From hiking trips to caring for elderly parents, Topeka couple celebrates 35 years together

Pat Pierce retired in 2016 after 40 years at the U.S. Postal Service

Waves of humid June heat can be seen rolling over the blacktop parking lot out the window as Pat and Tammi Pierce sit side-by-side in a cool booth at Panera Bread.


A shared drink perspires between the two of them, a beet-red shade of lipstick around the rim of the straw, as they discuss the past, and look forward to the future.

They’ve reached an interesting point of transition in their lives — one many can relate to — when familial roles change and new challenges arise. Careers comes to an end, free time becomes abundant and once full houses now sit empty and quiet. It’s a time of discovery, both for new hobbies and for learning about one’s self.

But through the ups and downs, the Pierces have been there for each other for nearly 35 years now — their anniversary is Monday. They’ve seen it all, from the birth of their daughter to Tammi’s parents coming down with dementia to Pat’s retirement last year at the age of 60. They aren’t necessarily the movers and shakers of the world that readers are accustomed to reading about in big headlines on newsprint. In reality, they’re just ordinary people trying to get by.

It hasn’t always been easy, but one thing that hasn’t changed throughout the years is their extraordinary positivity and belief that things will work out for the best.

Retired life

Pat retired on Oct. 3, 2016, from his position as a retail planner team lead after 40 years of working for the U.S. Postal Service. He had spent the first 20 years of his career as a mail carrier before moving into the administrative side of the job for the next 20 years.

Travel has always been a big part of their lives, so the family ventured to Playa del Carmen soon after his retirement. As a retirement gift, Tammi also bought Pat a new four-wheeler, which has helped him rediscover a passion for the outdoors that he didn’t get to enjoy as much during his working years. During the crappie spawn, he would get out and go fishing just about every weekday, usually starting about 5:15 in the morning.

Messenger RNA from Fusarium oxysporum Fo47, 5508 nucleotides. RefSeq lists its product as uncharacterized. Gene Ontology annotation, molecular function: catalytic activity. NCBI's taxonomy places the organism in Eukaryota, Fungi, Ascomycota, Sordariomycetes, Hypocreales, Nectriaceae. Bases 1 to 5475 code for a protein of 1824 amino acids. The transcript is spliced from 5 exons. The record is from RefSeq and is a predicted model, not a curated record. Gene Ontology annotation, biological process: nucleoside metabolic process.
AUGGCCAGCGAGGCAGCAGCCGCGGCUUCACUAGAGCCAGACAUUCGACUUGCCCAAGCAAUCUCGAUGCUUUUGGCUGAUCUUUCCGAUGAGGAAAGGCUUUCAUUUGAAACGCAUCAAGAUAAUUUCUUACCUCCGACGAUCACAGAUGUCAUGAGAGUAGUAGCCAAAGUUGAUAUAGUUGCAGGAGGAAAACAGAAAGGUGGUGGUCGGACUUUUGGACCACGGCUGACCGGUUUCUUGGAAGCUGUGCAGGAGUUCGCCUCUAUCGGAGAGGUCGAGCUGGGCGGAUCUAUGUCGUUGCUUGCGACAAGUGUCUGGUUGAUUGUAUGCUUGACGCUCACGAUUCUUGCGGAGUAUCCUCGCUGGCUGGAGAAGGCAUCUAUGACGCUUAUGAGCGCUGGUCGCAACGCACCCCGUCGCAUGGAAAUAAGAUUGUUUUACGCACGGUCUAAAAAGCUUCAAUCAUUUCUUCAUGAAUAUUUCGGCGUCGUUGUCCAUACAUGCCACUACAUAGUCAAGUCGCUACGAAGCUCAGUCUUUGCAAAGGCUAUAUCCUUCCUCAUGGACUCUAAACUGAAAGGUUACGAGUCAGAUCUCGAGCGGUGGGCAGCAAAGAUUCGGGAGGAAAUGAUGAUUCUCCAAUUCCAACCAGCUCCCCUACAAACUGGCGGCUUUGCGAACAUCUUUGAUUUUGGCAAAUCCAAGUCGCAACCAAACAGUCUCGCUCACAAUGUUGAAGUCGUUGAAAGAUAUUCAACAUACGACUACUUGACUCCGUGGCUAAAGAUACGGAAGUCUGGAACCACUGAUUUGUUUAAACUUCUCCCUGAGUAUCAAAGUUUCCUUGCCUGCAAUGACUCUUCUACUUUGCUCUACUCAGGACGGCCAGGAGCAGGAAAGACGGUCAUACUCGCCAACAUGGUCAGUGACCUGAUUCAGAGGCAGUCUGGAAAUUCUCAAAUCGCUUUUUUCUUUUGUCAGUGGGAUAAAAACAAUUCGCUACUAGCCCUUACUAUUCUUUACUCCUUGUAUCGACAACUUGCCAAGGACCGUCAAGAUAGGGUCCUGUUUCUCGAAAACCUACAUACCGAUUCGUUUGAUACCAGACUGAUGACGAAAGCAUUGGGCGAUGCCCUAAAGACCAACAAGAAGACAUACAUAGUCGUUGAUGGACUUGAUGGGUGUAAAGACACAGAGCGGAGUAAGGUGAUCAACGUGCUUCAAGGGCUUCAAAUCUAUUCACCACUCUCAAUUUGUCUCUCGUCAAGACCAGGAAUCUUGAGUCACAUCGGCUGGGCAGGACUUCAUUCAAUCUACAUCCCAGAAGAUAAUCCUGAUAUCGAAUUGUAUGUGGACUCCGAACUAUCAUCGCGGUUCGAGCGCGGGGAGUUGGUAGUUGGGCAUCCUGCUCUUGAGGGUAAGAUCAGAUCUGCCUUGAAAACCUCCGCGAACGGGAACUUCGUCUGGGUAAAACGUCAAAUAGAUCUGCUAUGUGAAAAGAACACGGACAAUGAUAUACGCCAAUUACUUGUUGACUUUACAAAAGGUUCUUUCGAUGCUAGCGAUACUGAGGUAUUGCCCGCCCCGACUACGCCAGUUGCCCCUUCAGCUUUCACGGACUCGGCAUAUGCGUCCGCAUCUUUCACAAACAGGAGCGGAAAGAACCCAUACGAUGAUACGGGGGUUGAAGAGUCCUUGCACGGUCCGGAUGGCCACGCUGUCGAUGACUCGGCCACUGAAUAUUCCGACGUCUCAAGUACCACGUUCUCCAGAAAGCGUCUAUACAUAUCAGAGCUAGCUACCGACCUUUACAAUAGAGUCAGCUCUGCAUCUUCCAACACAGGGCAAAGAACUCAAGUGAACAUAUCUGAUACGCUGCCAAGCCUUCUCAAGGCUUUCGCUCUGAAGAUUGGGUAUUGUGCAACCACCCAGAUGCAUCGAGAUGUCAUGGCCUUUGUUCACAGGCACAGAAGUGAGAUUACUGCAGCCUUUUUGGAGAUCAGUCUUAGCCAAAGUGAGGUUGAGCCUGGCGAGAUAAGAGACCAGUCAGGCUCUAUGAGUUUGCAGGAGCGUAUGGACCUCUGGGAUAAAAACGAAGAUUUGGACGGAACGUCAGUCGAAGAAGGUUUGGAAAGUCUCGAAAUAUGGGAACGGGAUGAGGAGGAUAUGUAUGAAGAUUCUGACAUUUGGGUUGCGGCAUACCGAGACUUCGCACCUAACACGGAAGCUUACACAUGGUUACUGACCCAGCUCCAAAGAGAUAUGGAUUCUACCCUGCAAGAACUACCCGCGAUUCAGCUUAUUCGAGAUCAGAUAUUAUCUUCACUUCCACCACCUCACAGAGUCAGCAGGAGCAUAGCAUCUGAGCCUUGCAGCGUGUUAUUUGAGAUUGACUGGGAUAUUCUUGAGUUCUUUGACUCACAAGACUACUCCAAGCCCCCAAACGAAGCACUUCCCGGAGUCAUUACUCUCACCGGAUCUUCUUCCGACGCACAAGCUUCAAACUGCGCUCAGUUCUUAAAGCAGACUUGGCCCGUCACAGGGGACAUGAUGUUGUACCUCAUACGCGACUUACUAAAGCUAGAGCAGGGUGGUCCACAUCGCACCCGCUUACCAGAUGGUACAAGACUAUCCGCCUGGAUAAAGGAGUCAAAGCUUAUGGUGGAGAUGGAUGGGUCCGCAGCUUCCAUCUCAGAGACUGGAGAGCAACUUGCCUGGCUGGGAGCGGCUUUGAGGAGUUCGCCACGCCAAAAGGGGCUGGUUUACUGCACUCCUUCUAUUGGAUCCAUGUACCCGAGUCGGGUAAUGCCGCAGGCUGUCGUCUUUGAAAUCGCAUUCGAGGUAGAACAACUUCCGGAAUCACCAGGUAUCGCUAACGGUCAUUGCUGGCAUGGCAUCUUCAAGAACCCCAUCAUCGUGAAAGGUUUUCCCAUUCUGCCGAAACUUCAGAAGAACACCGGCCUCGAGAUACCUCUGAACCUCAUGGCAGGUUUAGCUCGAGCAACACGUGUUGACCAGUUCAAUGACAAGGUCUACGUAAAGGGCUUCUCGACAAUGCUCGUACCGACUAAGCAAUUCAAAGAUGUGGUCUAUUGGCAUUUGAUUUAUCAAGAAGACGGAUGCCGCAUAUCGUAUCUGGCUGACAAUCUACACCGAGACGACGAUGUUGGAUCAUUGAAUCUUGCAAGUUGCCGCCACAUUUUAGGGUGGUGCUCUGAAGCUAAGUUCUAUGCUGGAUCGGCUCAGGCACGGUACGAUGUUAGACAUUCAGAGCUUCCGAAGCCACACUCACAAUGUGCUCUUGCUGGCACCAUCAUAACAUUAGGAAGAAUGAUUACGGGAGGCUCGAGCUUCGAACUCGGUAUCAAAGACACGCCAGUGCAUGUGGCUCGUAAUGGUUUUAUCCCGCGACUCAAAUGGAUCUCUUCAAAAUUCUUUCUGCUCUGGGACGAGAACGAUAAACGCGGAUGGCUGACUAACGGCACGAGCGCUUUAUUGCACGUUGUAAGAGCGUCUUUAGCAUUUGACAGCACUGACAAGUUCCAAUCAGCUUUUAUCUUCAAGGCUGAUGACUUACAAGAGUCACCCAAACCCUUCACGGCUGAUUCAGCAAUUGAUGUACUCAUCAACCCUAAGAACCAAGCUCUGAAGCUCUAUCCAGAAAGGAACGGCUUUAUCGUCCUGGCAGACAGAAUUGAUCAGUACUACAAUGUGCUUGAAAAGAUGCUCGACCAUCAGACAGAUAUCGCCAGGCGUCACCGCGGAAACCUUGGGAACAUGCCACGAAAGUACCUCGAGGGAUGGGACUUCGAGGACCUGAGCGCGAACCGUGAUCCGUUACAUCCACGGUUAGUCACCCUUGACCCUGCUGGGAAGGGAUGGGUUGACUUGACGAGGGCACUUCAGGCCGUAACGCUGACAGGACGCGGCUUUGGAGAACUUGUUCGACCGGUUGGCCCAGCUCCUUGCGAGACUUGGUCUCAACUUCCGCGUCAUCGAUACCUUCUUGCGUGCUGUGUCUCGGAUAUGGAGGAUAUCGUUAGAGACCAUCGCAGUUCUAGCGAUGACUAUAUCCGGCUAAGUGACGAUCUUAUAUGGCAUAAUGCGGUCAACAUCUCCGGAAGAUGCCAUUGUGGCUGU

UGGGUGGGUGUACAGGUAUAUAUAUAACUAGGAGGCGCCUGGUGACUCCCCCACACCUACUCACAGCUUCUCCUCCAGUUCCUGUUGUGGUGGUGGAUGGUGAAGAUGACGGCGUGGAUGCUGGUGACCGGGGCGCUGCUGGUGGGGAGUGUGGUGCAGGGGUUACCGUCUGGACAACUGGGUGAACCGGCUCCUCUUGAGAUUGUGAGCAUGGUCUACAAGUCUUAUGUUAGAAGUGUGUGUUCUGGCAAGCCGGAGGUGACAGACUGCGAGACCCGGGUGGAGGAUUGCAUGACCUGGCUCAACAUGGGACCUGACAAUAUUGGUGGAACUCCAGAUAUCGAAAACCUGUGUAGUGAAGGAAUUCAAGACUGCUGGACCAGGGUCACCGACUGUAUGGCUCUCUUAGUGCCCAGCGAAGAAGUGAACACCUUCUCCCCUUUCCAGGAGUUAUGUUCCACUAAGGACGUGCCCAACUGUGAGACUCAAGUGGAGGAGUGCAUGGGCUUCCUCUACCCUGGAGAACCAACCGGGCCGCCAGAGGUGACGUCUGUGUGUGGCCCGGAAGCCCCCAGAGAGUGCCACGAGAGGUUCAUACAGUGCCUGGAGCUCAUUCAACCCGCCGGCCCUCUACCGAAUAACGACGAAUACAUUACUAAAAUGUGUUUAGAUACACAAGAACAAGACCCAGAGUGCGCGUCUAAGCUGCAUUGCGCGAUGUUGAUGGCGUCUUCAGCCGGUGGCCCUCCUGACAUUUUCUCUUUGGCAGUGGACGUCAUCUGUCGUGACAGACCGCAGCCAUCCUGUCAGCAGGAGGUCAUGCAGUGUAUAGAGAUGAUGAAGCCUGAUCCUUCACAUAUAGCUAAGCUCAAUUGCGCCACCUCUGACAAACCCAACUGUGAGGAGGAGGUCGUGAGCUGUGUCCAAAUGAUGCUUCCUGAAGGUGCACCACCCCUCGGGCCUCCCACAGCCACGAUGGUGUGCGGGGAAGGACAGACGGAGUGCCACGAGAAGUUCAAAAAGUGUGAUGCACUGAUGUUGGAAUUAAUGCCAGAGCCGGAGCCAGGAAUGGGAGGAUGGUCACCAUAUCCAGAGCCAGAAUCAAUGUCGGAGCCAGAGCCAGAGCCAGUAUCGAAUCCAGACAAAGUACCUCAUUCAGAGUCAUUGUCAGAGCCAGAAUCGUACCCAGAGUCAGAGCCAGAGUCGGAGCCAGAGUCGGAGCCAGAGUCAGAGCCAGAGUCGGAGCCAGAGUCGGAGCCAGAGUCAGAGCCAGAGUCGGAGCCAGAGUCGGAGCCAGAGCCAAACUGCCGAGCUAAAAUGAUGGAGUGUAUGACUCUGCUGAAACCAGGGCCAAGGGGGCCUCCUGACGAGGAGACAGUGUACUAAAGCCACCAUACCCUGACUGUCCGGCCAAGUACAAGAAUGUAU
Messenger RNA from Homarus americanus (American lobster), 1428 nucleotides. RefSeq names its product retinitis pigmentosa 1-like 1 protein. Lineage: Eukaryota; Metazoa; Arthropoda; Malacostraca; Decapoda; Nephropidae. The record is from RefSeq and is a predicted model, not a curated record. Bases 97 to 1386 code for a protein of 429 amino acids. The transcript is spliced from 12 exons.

“He’s been fishing more in the past month than he has in his whole life,” Tammi said, laughing.

“I don’t know about my whole life, but certainly the last 10 years,” Pat replied.

Pat would also take to the woods in search of morel mushrooms during the damp spring season in which the tasty morsel thrives. Tammi said she loved to cook them with steak and eggs for breakfast, and that they go great with crappie, too.

Family tradition

As Pat tells more stories of fishing with his brother, Larry, on Clinton Reservoir, Tammi sees a familiar face walk past their booth. She leans over and whispers to Pat, who glances back at the man and says “Go ask.” She walks up to the patron and asks his name, and soon the two engage in conversation. The man was Tammi’s high school track coach, and though it had been years since they’d seen each other, she said he hadn’t changed at all.